Oct 20,2010 Tri City News
Port Coquitlam wants Metro Vancouver to include an Evergreen Line station in its downtown as part of the district’s regional growth plan.
On Monday night at a special council meeting, councillors voted unanimously to ask Metro to include a rapid transit extension to PoCo as one of its transportation goals in the Regional Growth Strategy.
And the city would like to see the station built as part of the first phase of the Evergreen Line construction.
“We know its the 11th hour,” said Mayor Greg Moore, “But we feel it is important to make our position clear.”
A quiet lobbying effort for the PoCo station has been underway for a while, Moore said. He and city staff met with the provincial minister of transportation and letters have been sent to the premier’s office explaining the need to bring the Evergreen Line to the municipality.
“We aren’t a council that gets on a soap box and negotiates out in the media all the time,” he said. “This is just another opportunity to let Metro Vancouver know how important this is for us.”
Moore said he envisions an Evergreen alignment that turns north from the CP Rail line to Coquitlam Town Centre before looping back to the train tracks heading toward PoCo. This alignment deviates from the current plans, which has the Evergreen Line terminus at Douglas College Station, next to the Evergreen Cultural Centre at the corner of Guildford and Pinetree ways.
PoCo’s plan would keep the college within a 10-minute walk of a SkyTrain station, Moore said.
Currently, Metro Vancouver’s Regional Growth Strategy calls for the Evergreen Line to Coquitlam’s City Centre along with increased bus service to PoCo and Maple Ridge.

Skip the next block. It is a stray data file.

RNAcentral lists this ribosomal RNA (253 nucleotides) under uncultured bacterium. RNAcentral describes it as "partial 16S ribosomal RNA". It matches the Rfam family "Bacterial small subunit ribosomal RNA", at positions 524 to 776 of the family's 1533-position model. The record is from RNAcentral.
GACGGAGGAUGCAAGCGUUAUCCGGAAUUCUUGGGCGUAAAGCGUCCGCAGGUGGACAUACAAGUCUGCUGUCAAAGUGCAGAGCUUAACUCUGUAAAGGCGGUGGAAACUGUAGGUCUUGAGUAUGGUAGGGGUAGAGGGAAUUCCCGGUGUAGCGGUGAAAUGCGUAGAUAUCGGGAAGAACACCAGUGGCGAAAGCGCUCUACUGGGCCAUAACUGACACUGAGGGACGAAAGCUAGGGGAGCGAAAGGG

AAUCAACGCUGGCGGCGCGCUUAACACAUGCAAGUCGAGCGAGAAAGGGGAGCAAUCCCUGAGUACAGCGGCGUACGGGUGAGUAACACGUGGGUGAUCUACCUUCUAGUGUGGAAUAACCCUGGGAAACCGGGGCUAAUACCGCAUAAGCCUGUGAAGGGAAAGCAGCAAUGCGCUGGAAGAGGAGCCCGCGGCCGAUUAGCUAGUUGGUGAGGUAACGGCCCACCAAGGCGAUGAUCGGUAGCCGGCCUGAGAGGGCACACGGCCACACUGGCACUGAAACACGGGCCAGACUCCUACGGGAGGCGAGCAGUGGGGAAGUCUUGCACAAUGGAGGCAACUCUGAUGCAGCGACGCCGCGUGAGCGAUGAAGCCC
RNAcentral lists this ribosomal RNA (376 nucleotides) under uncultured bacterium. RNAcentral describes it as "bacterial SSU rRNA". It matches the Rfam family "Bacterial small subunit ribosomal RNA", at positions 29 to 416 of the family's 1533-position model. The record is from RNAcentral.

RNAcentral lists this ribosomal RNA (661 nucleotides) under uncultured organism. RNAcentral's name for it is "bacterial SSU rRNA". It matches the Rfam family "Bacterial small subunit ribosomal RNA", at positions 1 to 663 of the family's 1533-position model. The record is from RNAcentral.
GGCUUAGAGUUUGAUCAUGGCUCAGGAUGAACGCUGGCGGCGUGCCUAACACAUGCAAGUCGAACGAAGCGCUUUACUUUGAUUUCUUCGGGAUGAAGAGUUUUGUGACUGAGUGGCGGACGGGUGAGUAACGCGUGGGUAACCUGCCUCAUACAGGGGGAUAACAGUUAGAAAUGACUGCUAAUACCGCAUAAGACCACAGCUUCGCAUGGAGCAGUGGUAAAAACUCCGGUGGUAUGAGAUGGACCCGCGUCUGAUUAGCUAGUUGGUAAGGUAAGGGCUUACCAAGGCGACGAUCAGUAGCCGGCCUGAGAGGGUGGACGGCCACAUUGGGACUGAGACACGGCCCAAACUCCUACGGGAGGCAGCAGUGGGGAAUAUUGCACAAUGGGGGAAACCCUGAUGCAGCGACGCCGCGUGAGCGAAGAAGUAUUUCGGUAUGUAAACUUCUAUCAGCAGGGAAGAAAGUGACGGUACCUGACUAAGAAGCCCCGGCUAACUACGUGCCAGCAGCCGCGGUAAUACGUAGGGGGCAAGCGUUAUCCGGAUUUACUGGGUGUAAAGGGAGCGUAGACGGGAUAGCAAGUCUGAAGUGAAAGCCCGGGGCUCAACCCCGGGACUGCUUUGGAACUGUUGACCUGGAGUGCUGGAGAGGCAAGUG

A city staff report said an Evergreen Line extension to downtown Port Coquitlam would facilitate residential and commercial growth in the area.
The city endorsed the draft Regional Growth Strategy during Monday’s special meeting, although several councillors had some issues with the document.
Metro’s population projections anticipate 85,000 people living in PoCo by 2041, a number that exceeds the city’s predictions in its official community plan, said Coun. Michael Wright.
But staff said the city is not bound by the housing projections, which are calculated on a needs-based estimate.
“I think at the end of the day what we are looking for is achieving the target of the forecast population,” said Laura Lee Richard, the city’s director of development services. “Fortunately, the Regional Growth Strategy does not commit the city to meeting those targets.”
Some councillors also had concerns that industrial lands were not adequately protected in the Regional Growth Strategy.
If all of the municipalities endorse the plan as PoCo did Monday night, Metro Vancouver will begin its public consultation process, likely in late fall.